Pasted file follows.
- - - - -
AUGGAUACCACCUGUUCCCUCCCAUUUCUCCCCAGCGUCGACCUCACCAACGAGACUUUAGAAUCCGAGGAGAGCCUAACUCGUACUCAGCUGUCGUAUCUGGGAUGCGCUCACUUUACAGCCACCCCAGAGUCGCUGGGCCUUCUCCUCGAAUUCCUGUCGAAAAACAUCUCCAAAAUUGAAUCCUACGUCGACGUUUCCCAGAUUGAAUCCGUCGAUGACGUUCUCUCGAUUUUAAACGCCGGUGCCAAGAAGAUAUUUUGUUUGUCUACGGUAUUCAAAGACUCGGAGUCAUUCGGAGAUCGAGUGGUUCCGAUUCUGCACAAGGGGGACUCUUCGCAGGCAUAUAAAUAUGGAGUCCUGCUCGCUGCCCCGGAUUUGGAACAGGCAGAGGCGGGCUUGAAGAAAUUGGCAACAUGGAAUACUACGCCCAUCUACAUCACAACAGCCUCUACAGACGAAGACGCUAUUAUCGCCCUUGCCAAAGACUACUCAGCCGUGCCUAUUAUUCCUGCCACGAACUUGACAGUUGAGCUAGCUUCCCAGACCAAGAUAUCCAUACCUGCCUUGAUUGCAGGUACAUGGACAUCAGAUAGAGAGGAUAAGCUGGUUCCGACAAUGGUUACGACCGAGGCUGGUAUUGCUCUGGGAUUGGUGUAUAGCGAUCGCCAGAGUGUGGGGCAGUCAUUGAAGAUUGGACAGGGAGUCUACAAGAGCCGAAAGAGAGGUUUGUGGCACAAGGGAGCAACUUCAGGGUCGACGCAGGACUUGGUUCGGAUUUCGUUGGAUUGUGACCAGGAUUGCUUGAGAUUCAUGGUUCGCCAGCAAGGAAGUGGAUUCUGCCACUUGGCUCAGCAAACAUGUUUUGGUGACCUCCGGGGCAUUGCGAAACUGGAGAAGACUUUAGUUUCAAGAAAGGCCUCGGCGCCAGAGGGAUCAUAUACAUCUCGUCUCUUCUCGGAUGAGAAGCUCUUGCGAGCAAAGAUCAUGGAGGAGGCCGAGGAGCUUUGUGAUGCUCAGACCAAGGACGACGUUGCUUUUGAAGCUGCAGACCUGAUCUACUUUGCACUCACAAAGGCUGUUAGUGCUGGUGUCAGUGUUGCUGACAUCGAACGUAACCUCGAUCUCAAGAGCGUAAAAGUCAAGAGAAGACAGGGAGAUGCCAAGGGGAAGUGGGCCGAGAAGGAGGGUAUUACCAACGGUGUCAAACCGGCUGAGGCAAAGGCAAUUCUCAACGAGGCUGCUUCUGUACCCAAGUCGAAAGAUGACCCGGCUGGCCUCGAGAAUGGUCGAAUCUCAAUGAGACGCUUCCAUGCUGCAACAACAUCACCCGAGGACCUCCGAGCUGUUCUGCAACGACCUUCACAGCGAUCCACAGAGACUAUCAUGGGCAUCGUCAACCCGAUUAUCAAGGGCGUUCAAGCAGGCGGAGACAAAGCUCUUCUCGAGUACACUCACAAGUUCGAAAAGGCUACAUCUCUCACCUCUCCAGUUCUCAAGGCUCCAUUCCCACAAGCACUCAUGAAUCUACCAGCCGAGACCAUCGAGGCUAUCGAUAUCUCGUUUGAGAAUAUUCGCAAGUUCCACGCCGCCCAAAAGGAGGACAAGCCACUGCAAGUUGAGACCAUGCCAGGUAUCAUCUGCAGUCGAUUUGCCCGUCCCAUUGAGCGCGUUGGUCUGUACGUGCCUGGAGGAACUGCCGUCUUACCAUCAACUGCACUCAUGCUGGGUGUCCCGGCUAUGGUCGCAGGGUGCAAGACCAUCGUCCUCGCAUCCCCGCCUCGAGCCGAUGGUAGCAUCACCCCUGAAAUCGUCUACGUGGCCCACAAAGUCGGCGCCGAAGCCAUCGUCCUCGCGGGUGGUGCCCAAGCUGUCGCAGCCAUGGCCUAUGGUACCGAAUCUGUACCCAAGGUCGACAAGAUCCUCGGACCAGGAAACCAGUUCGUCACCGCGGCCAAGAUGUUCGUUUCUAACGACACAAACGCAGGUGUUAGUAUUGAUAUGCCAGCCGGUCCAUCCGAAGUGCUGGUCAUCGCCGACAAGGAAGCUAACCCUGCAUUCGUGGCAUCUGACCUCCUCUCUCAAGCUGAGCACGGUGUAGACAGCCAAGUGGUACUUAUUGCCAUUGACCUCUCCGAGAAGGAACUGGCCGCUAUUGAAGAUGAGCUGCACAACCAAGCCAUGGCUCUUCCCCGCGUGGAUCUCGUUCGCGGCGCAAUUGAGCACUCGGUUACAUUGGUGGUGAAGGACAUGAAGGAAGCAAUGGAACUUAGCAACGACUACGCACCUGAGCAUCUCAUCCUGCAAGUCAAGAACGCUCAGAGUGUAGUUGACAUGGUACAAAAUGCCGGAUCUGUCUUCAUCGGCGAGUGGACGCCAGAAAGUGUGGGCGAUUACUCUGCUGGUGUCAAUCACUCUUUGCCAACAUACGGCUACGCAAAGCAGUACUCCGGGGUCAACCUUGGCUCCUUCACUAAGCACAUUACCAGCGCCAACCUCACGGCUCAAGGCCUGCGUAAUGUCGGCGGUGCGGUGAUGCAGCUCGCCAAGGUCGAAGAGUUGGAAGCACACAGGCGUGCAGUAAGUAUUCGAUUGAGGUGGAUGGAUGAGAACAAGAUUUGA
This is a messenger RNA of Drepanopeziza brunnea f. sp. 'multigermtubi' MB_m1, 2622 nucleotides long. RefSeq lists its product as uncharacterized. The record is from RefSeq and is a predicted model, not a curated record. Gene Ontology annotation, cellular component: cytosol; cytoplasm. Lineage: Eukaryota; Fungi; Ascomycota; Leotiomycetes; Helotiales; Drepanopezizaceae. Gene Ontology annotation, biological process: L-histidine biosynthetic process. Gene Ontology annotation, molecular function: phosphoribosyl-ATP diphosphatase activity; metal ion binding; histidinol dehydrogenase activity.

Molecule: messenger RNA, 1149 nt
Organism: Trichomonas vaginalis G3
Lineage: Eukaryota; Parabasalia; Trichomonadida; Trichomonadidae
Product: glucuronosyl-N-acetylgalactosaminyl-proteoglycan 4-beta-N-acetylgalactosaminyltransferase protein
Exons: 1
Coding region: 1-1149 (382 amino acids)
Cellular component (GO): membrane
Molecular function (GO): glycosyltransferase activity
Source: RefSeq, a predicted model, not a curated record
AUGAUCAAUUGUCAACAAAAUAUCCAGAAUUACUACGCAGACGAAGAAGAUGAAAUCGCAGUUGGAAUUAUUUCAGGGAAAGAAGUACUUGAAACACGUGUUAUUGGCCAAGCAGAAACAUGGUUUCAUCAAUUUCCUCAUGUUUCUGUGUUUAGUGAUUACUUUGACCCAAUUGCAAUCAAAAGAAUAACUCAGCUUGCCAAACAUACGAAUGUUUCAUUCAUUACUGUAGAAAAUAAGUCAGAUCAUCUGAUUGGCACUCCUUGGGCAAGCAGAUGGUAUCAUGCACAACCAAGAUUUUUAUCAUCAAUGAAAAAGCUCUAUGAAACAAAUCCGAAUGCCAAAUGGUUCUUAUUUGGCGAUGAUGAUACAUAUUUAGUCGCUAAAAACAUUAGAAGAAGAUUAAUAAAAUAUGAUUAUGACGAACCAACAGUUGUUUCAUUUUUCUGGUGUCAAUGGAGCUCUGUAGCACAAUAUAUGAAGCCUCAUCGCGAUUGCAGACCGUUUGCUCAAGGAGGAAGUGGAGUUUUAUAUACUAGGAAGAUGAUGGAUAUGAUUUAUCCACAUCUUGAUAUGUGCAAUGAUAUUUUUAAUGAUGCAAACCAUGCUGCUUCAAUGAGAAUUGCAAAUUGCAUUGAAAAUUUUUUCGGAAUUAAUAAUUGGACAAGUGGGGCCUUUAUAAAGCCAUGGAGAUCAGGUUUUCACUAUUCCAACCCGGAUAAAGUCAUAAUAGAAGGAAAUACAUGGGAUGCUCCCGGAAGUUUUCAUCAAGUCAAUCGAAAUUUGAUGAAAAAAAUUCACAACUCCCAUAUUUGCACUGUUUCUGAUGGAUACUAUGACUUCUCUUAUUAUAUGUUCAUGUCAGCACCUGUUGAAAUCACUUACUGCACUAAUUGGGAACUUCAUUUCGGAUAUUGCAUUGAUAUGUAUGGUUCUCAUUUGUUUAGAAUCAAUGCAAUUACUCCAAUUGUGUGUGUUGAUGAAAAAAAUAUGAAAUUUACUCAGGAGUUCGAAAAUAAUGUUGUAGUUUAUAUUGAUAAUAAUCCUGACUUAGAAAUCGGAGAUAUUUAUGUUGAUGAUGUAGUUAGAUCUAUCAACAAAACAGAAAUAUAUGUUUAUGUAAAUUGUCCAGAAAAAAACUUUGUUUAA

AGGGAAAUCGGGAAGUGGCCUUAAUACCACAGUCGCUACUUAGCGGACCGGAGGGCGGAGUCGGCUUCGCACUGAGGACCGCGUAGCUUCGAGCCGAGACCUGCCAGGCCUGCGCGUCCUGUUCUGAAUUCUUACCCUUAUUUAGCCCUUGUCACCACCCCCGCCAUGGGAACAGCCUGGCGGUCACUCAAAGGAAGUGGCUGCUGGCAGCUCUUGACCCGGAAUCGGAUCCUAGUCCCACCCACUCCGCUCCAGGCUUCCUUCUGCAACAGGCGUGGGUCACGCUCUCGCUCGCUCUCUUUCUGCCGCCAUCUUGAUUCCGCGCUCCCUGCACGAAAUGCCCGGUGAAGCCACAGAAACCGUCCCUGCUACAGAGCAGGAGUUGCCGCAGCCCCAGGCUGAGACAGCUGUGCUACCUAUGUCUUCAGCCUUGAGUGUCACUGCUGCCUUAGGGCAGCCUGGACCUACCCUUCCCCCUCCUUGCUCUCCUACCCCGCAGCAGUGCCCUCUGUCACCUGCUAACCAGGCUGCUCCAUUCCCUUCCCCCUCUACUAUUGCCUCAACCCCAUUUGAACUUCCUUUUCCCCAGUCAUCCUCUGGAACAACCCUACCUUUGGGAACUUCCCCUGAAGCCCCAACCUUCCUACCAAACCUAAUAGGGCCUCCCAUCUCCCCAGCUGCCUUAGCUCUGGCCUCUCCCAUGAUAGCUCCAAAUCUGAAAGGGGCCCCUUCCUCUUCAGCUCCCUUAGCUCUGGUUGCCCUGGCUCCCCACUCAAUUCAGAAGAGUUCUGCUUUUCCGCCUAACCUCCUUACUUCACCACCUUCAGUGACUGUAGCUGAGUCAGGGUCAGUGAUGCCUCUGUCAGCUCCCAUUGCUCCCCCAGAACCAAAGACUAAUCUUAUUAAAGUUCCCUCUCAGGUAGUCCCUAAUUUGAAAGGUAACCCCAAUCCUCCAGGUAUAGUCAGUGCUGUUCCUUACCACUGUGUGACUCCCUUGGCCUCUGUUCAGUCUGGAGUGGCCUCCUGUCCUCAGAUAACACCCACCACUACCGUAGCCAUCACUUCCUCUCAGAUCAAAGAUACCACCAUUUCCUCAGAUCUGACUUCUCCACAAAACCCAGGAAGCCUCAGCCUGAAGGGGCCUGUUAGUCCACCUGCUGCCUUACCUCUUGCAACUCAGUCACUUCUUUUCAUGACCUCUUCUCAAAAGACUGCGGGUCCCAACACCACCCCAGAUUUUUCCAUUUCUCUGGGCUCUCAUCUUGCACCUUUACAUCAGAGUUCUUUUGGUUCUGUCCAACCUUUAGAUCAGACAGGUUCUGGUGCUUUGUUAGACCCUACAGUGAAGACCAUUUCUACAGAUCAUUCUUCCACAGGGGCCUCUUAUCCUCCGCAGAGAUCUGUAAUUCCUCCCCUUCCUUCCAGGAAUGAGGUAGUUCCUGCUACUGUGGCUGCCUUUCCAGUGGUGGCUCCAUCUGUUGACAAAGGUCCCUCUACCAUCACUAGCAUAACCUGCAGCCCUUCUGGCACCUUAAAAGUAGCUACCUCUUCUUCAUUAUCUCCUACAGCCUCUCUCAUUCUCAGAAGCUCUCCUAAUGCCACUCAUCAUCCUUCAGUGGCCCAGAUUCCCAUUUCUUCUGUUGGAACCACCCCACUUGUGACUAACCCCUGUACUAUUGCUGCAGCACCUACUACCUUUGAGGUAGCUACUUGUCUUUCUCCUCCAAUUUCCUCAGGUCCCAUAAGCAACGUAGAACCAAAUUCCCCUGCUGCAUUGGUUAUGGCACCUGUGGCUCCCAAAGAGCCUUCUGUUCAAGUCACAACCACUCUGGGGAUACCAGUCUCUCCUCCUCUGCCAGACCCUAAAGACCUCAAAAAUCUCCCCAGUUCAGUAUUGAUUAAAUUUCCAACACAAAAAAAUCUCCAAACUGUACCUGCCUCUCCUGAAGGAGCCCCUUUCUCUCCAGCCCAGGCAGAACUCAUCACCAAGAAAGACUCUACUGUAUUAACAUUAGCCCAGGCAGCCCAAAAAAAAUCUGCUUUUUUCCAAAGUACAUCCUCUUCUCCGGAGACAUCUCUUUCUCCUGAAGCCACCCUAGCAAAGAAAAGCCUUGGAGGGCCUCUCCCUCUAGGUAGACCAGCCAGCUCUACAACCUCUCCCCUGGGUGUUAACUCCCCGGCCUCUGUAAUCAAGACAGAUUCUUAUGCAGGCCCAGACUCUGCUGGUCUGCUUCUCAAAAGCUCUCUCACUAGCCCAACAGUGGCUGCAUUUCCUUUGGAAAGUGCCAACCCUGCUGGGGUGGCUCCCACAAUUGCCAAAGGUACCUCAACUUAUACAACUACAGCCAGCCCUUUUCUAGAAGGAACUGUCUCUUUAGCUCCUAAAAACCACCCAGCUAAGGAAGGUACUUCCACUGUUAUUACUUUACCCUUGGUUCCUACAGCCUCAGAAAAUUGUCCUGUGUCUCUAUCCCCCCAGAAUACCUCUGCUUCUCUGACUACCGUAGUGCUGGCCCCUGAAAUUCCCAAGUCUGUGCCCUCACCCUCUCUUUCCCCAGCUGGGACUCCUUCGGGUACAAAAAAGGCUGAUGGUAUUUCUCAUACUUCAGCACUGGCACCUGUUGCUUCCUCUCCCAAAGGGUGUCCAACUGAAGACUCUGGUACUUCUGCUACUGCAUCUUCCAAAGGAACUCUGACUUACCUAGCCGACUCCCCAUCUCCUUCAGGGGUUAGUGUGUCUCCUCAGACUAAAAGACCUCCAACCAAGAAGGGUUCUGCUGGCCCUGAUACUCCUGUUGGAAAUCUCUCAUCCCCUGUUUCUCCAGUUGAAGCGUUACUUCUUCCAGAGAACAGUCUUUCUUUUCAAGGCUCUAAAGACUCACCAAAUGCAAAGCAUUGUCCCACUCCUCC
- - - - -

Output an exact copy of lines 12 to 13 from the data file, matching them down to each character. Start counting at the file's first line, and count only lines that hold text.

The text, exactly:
AUGAUCAAUUGUCAACAAAAUAUCCAGAAUUACUACGCAGACGAAGAAGAUGAAAUCGCAGUUGGAAUUAUUUCAGGGAAAGAAGUACUUGAAACACGUGUUAUUGGCCAAGCAGAAACAUGGUUUCAUCAAUUUCCUCAUGUUUCUGUGUUUAGUGAUUACUUUGACCCAAUUGCAAUCAAAAGAAUAACUCAGCUUGCCAAACAUACGAAUGUUUCAUUCAUUACUGUAGAAAAUAAGUCAGAUCAUCUGAUUGGCACUCCUUGGGCAAGCAGAUGGUAUCAUGCACAACCAAGAUUUUUAUCAUCAAUGAAAAAGCUCUAUGAAACAAAUCCGAAUGCCAAAUGGUUCUUAUUUGGCGAUGAUGAUACAUAUUUAGUCGCUAAAAACAUUAGAAGAAGAUUAAUAAAAUAUGAUUAUGACGAACCAACAGUUGUUUCAUUUUUCUGGUGUCAAUGGAGCUCUGUAGCACAAUAUAUGAAGCCUCAUCGCGAUUGCAGACCGUUUGCUCAAGGAGGAAGUGGAGUUUUAUAUACUAGGAAGAUGAUGGAUAUGAUUUAUCCACAUCUUGAUAUGUGCAAUGAUAUUUUUAAUGAUGCAAACCAUGCUGCUUCAAUGAGAAUUGCAAAUUGCAUUGAAAAUUUUUUCGGAAUUAAUAAUUGGACAAGUGGGGCCUUUAUAAAGCCAUGGAGAUCAGGUUUUCACUAUUCCAACCCGGAUAAAGUCAUAAUAGAAGGAAAUACAUGGGAUGCUCCCGGAAGUUUUCAUCAAGUCAAUCGAAAUUUGAUGAAAAAAAUUCACAACUCCCAUAUUUGCACUGUUUCUGAUGGAUACUAUGACUUCUCUUAUUAUAUGUUCAUGUCAGCACCUGUUGAAAUCACUUACUGCACUAAUUGGGAACUUCAUUUCGGAUAUUGCAUUGAUAUGUAUGGUUCUCAUUUGUUUAGAAUCAAUGCAAUUACUCCAAUUGUGUGUGUUGAUGAAAAAAAUAUGAAAUUUACUCAGGAGUUCGAAAAUAAUGUUGUAGUUUAUAUUGAUAAUAAUCCUGACUUAGAAAUCGGAGAUAUUUAUGUUGAUGAUGUAGUUAGAUCUAUCAACAAAACAGAAAUAUAUGUUUAUGUAAAUUGUCCAGAAAAAAACUUUGUUUAA

AGGGAAAUCGGGAAGUGGCCUUAAUACCACAGUCGCUACUUAGCGGACCGGAGGGCGGAGUCGGCUUCGCACUGAGGACCGCGUAGCUUCGAGCCGAGACCUGCCAGGCCUGCGCGUCCUGUUCUGAAUUCUUACCCUUAUUUAGCCCUUGUCACCACCCCCGCCAUGGGAACAGCCUGGCGGUCACUCAAAGGAAGUGGCUGCUGGCAGCUCUUGACCCGGAAUCGGAUCCUAGUCCCACCCACUCCGCUCCAGGCUUCCUUCUGCAACAGGCGUGGGUCACGCUCUCGCUCGCUCUCUUUCUGCCGCCAUCUUGAUUCCGCGCUCCCUGCACGAAAUGCCCGGUGAAGCCACAGAAACCGUCCCUGCUACAGAGCAGGAGUUGCCGCAGCCCCAGGCUGAGACAGCUGUGCUACCUAUGUCUUCAGCCUUGAGUGUCACUGCUGCCUUAGGGCAGCCUGGACCUACCCUUCCCCCUCCUUGCUCUCCUACCCCGCAGCAGUGCCCUCUGUCACCUGCUAACCAGGCUGCUCCAUUCCCUUCCCCCUCUACUAUUGCCUCAACCCCAUUUGAACUUCCUUUUCCCCAGUCAUCCUCUGGAACAACCCUACCUUUGGGAACUUCCCCUGAAGCCCCAACCUUCCUACCAAACCUAAUAGGGCCUCCCAUCUCCCCAGCUGCCUUAGCUCUGGCCUCUCCCAUGAUAGCUCCAAAUCUGAAAGGGGCCCCUUCCUCUUCAGCUCCCUUAGCUCUGGUUGCCCUGGCUCCCCACUCAAUUCAGAAGAGUUCUGCUUUUCCGCCUAACCUCCUUACUUCACCACCUUCAGUGACUGUAGCUGAGUCAGGGUCAGUGAUGCCUCUGUCAGCUCCCAUUGCUCCCCCAGAACCAAAGACUAAUCUUAUUAAAGUUCCCUCUCAGGUAGUCCCUAAUUUGAAAGGUAACCCCAAUCCUCCAGGUAUAGUCAGUGCUGUUCCUUACCACUGUGUGACUCCCUUGGCCUCUGUUCAGUCUGGAGUGGCCUCCUGUCCUCAGAUAACACCCACCACUACCGUAGCCAUCACUUCCUCUCAGAUCAAAGAUACCACCAUUUCCUCAGAUCUGACUUCUCCACAAAACCCAGGAAGCCUCAGCCUGAAGGGGCCUGUUAGUCCACCUGCUGCCUUACCUCUUGCAACUCAGUCACUUCUUUUCAUGACCUCUUCUCAAAAGACUGCGGGUCCCAACACCACCCCAGAUUUUUCCAUUUCUCUGGGCUCUCAUCUUGCACCUUUACAUCAGAGUUCUUUUGGUUCUGUCCAACCUUUAGAUCAGACAGGUUCUGGUGCUUUGUUAGACCCUACAGUGAAGACCAUUUCUACAGAUCAUUCUUCCACAGGGGCCUCUUAUCCUCCGCAGAGAUCUGUAAUUCCUCCCCUUCCUUCCAGGAAUGAGGUAGUUCCUGCUACUGUGGCUGCCUUUCCAGUGGUGGCUCCAUCUGUUGACAAAGGUCCCUCUACCAUCACUAGCAUAACCUGCAGCCCUUCUGGCACCUUAAAAGUAGCUACCUCUUCUUCAUUAUCUCCUACAGCCUCUCUCAUUCUCAGAAGCUCUCCUAAUGCCACUCAUCAUCCUUCAGUGGCCCAGAUUCCCAUUUCUUCUGUUGGAACCACCCCACUUGUGACUAACCCCUGUACUAUUGCUGCAGCACCUACUACCUUUGAGGUAGCUACUUGUCUUUCUCCUCCAAUUUCCUCAGGUCCCAUAAGCAACGUAGAACCAAAUUCCCCUGCUGCAUUGGUUAUGGCACCUGUGGCUCCCAAAGAGCCUUCUGUUCAAGUCACAACCACUCUGGGGAUACCAGUCUCUCCUCCUCUGCCAGACCCUAAAGACCUCAAAAAUCUCCCCAGUUCAGUAUUGAUUAAAUUUCCAACACAAAAAAAUCUCCAAACUGUACCUGCCUCUCCUGAAGGAGCCCCUUUCUCUCCAGCCCAGGCAGAACUCAUCACCAAGAAAGACUCUACUGUAUUAACAUUAGCCCAGGCAGCCCAAAAAAAAUCUGCUUUUUUCCAAAGUACAUCCUCUUCUCCGGAGACAUCUCUUUCUCCUGAAGCCACCCUAGCAAAGAAAAGCCUUGGAGGGCCUCUCCCUCUAGGUAGACCAGCCAGCUCUACAACCUCUCCCCUGGGUGUUAACUCCCCGGCCUCUGUAAUCAAGACAGAUUCUUAUGCAGGCCCAGACUCUGCUGGUCUGCUUCUCAAAAGCUCUCUCACUAGCCCAACAGUGGCUGCAUUUCCUUUGGAAAGUGCCAACCCUGCUGGGGUGGCUCCCACAAUUGCCAAAGGUACCUCAACUUAUACAACUACAGCCAGCCCUUUUCUAGAAGGAACUGUCUCUUUAGCUCCUAAAAACCACCCAGCUAAGGAAGGUACUUCCACUGUUAUUACUUUACCCUUGGUUCCUACAGCCUCAGAAAAUUGUCCUGUGUCUCUAUCCCCCCAGAAUACCUCUGCUUCUCUGACUACCGUAGUGCUGGCCCCUGAAAUUCCCAAGUCUGUGCCCUCACCCUCUCUUUCCCCAGCUGGGACUCCUUCGGGUACAAAAAAGGCUGAUGGUAUUUCUCAUACUUCAGCACUGGCACCUGUUGCUUCCUCUCCCAAAGGGUGUCCAACUGAAGACUCUGGUACUUCUGCUACUGCAUCUUCCAAAGGAACUCUGACUUACCUAGCCGACUCCCCAUCUCCUUCAGGGGUUAGUGUGUCUCCUCAGACUAAAAGACCUCCAACCAAGAAGGGUUCUGCUGGCCCUGAUACUCCUGUUGGAAAUCUCUCAUCCCCUGUUUCUCCAGUUGAAGCGUUACUUCUUCCAGAGAACAGUCUUUCUUUUCAAGGCUCUAAAGACUCACCAAAUGCAAAGCAUUGUCCCACUCCUCC